Chinese electric vehicle (EV) maker Nio (NYSE:NIO) has seen its shares take another tumble as of late. On Monday, NIO stock closed down 6.2% on the day. At this point, NIO stock is down nearly 27% in 2021. For investors, that’s a gut-wrenching turn in direction for a stock that delivered a 1,110% return last year. The thing is — unlike in 2019 when a series of bumbles saw shares drop — Nio is doing everything right. Instead, the blame for the poor performance can be found in outside forces.
The latest issue is panic over the potential collapse of Evergrande (OTCMKTS:EGRNF). The spectra of the Chinese property development giant failing hammered many Chinese stocks on Monday. In fact, NIO stock was just one of the casualties. Once again, this latest drop raises a big question. Is it better for investors to just avoid this company for now for fear that the situation will worsen, or has 2021’s ongoing string of events made NIO stock an attractive buy?
Once Again, NIO Stock Gets Hit by an Outside Factor
The story of NIO stock’s poor performance over the past six months has been largely one of outside factors.
The company itself has been humming. Month after month it’s delivered EVs at a blistering pace. Even in August, when chip shortages cut production (more on that shortly), Nio’s EV shipments were up 48.3% year-over-year (YOY). Its BaaS (Battery as a Service) is proving popular and the network of battery swapping stations is rapidly expanding. And speaking of expansion, Nio is adding three new vehicles to its roster in 2022, and is nearing the launch of its international expansion with a sales center in Norway.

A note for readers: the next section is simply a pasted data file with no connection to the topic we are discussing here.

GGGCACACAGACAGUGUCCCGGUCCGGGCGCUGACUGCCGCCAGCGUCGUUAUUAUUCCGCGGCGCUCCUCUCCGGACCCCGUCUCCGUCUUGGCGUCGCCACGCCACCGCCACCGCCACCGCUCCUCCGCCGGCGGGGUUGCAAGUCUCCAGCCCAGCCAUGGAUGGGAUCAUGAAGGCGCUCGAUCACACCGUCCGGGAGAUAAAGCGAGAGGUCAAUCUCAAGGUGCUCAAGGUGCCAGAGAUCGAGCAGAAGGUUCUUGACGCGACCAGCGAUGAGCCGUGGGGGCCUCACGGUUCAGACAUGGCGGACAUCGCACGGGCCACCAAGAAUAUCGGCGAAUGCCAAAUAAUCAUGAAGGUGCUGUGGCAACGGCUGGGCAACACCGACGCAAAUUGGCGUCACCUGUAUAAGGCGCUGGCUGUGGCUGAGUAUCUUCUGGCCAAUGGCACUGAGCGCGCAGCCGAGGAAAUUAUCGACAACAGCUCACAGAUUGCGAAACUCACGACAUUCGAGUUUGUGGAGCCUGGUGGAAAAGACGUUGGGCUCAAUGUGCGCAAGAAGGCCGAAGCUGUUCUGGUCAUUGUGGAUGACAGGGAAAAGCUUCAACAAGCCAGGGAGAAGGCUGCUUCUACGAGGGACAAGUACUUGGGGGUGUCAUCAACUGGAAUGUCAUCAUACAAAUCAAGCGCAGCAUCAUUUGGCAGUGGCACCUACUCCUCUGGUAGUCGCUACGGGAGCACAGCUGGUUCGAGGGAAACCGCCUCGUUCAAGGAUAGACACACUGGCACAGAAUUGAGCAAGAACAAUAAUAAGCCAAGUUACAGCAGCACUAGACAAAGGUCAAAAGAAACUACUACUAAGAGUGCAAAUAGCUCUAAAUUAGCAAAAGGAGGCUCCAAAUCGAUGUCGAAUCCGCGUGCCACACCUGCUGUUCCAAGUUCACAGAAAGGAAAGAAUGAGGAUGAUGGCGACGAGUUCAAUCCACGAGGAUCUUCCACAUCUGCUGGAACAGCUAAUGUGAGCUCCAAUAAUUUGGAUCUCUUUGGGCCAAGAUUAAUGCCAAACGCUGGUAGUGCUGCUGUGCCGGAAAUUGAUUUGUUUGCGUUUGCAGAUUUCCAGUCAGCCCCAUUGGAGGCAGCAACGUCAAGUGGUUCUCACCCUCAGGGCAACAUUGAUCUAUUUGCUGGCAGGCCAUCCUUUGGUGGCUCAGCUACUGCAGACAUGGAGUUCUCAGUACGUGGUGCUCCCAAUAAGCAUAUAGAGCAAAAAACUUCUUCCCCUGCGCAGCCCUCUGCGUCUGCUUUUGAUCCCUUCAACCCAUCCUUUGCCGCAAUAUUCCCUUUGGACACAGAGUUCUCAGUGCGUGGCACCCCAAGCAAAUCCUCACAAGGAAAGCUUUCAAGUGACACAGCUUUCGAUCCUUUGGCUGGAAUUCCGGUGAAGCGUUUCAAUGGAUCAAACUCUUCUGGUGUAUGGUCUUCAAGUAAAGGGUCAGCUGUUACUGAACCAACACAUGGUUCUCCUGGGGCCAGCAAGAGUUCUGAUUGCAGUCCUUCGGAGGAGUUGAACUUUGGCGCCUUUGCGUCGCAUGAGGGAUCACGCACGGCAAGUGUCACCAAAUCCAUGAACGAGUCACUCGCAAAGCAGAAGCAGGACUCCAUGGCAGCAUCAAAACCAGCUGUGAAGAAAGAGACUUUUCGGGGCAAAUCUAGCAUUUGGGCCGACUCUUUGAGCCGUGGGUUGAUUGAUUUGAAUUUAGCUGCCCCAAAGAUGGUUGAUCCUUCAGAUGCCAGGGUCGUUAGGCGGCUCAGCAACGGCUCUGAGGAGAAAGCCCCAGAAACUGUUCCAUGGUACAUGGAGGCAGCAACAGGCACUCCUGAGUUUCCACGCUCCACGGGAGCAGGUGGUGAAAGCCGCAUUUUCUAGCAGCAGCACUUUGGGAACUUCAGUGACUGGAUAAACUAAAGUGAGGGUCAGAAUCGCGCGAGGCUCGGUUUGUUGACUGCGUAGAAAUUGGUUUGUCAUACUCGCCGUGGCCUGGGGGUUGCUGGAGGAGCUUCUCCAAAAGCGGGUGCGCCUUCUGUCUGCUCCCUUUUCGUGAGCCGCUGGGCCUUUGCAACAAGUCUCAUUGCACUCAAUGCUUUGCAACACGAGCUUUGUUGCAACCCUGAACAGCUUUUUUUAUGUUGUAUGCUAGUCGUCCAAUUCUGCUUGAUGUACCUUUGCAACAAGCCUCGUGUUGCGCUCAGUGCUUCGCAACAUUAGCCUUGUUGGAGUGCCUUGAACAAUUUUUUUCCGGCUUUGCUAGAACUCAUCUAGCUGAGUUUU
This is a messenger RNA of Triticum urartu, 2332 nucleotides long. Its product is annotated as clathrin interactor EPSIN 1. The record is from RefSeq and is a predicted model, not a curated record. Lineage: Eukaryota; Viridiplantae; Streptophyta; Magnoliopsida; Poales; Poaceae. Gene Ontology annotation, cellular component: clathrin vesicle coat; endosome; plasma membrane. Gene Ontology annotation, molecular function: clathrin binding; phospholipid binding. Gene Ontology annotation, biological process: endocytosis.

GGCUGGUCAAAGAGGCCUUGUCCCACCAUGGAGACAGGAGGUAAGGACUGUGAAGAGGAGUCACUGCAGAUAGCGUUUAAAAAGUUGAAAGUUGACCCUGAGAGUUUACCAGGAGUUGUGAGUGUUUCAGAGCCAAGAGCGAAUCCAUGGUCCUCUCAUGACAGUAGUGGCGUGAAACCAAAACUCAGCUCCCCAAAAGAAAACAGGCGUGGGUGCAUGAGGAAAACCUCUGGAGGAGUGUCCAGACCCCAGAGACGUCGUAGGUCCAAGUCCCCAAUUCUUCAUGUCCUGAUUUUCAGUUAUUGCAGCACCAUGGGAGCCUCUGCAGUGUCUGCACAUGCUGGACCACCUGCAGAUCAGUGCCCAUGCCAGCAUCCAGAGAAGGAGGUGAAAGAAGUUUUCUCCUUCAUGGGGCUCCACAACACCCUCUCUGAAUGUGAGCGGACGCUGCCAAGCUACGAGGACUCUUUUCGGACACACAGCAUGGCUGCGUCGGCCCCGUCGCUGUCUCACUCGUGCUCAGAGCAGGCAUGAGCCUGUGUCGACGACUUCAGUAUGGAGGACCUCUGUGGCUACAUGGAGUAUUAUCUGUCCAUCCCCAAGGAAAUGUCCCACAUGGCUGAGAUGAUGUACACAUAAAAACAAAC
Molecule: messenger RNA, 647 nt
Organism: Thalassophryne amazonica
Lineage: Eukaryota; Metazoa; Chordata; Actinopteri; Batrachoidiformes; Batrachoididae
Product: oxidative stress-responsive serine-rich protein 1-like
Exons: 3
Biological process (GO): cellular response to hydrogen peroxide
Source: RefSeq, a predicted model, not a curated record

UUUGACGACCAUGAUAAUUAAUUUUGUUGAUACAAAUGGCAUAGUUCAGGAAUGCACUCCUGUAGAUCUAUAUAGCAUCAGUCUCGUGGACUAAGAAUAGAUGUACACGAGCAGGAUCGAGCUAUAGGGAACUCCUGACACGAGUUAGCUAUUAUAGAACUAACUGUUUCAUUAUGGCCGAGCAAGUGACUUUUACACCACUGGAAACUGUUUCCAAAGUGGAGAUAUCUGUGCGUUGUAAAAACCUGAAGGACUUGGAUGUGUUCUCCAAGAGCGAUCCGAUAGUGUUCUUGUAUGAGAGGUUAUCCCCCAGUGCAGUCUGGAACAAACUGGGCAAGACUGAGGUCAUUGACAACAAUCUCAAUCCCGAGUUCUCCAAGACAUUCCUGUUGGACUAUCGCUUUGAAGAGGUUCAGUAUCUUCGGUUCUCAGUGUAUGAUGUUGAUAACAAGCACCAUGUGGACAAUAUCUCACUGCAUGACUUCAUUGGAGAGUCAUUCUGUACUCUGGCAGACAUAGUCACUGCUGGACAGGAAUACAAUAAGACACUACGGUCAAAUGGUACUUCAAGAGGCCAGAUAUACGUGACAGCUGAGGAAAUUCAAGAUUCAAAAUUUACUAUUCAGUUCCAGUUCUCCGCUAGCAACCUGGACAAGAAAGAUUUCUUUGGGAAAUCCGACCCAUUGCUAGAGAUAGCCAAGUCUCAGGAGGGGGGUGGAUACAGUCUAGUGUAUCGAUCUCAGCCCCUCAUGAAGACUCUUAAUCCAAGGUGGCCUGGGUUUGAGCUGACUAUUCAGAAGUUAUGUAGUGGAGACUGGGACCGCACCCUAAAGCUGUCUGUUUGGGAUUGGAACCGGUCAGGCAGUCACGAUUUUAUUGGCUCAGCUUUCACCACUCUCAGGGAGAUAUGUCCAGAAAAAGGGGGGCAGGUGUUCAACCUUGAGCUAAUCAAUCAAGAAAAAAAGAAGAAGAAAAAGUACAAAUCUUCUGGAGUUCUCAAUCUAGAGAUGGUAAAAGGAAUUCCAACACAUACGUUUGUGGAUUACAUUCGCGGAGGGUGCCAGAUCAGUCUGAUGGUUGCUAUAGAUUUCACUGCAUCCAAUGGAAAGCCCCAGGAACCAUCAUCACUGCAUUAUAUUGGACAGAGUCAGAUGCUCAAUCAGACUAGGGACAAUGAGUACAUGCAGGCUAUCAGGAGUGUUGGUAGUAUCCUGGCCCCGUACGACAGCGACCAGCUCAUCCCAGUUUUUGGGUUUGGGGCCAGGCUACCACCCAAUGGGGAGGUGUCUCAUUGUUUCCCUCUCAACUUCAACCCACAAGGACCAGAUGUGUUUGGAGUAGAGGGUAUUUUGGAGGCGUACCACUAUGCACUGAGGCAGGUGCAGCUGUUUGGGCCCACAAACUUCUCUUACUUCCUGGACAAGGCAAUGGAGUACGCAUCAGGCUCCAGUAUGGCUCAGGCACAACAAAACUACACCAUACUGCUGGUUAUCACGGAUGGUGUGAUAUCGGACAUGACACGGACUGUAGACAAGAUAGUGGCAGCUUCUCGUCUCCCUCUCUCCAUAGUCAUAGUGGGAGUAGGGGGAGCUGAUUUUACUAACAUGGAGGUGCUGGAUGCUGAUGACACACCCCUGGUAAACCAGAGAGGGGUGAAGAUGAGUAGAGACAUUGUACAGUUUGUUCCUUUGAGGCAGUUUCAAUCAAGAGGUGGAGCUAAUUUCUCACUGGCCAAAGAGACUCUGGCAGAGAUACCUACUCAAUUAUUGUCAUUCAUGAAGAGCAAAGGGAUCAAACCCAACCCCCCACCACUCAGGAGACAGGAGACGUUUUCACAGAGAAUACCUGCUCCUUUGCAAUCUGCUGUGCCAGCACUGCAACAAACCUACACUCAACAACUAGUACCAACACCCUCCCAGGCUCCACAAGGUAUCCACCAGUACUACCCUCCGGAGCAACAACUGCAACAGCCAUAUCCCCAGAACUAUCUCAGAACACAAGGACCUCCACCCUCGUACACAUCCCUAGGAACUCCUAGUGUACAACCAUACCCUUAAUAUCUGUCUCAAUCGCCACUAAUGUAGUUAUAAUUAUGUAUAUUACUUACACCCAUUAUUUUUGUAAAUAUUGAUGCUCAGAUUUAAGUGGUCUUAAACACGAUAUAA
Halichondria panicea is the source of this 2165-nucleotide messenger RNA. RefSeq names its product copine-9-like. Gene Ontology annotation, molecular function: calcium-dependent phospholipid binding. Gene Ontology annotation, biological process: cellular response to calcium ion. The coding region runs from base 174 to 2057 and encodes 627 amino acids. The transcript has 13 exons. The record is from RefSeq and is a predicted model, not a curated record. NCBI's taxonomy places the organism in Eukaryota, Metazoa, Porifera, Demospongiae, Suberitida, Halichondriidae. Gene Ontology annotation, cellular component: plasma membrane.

Overall, Monday’s drop was attributable to China Evergrande Group. The Chinese property development company is in danger of defaulting on over $300 billion in debt. Fear that a collapse would damage China’s financial system has seen Chinese stocks punished on the markets. But to understand why NIO stock dropped more than 6% on Monday, look no further than China Evergrande Group.
NIO Stock and LI Stock Face Similar Challenges
The other big story for Nio has been the global shortage of semiconductors. The shortage has been great for semiconductor stocks, but painful for auto makers. For the first half of 2021, Nio had managed to largely avoid the production line shutdowns that have been hitting so many automakers. However, its luck has run out.
In August, the company’s YOY growth of vehicles was 48.3%, which was well below the triple-digit growth numbers it had been posting. Citing “supply chain constraints” the company also lowered its guidance for third-quarter vehicle delivery numbers.
Collectively, this external factor has been hitting all auto makers. Rival Chinese EV maker Li Auto (NASDAQ:LI) released its own revised delivery update on Sept. 20. With chip supplier recovery being “slower than expected,” Li Auto also cut its Q3 vehicle delivery guidance. The news of continued chip supply constrains in Nio’s home country only compounded the hit that NIO stock took from the China Evergrande Group concerns.
Bottom Line On NIO Stock
Now, this brings us back to the question of whether you should take advantage of the current weakness in NIO stock. Last week, I wrote that it was a great buying opportunity.
NIO is a Portfolio Grader “B” rated stock, with considerable long-term growth potential, and it’s currently at a 40% discount compared to its February high close. I still believe Nio is on the right track and shares will reward investors with long-term growth. However, given the current events in China and NIO stock’s vulnerability to outside factors, you need to be prepared for some potential short-term volatility. In fact, you may want to see how the China Evergrande Group scenario plays out before pulling the trigger.
On the date of publication, Louis Navellier had a long position in NIO.
Louis Navellier did not have (either directly or indirectly) any other positions in the securities mentioned in this article. InvestorPlace Research Staff member primarily responsible for this article did not hold (either directly or indirectly) any positions in the securities mentioned in this article.
The opinions expressed in this article are those of the writer, subject to the InvestorPlace.com Publishing Guidelines.
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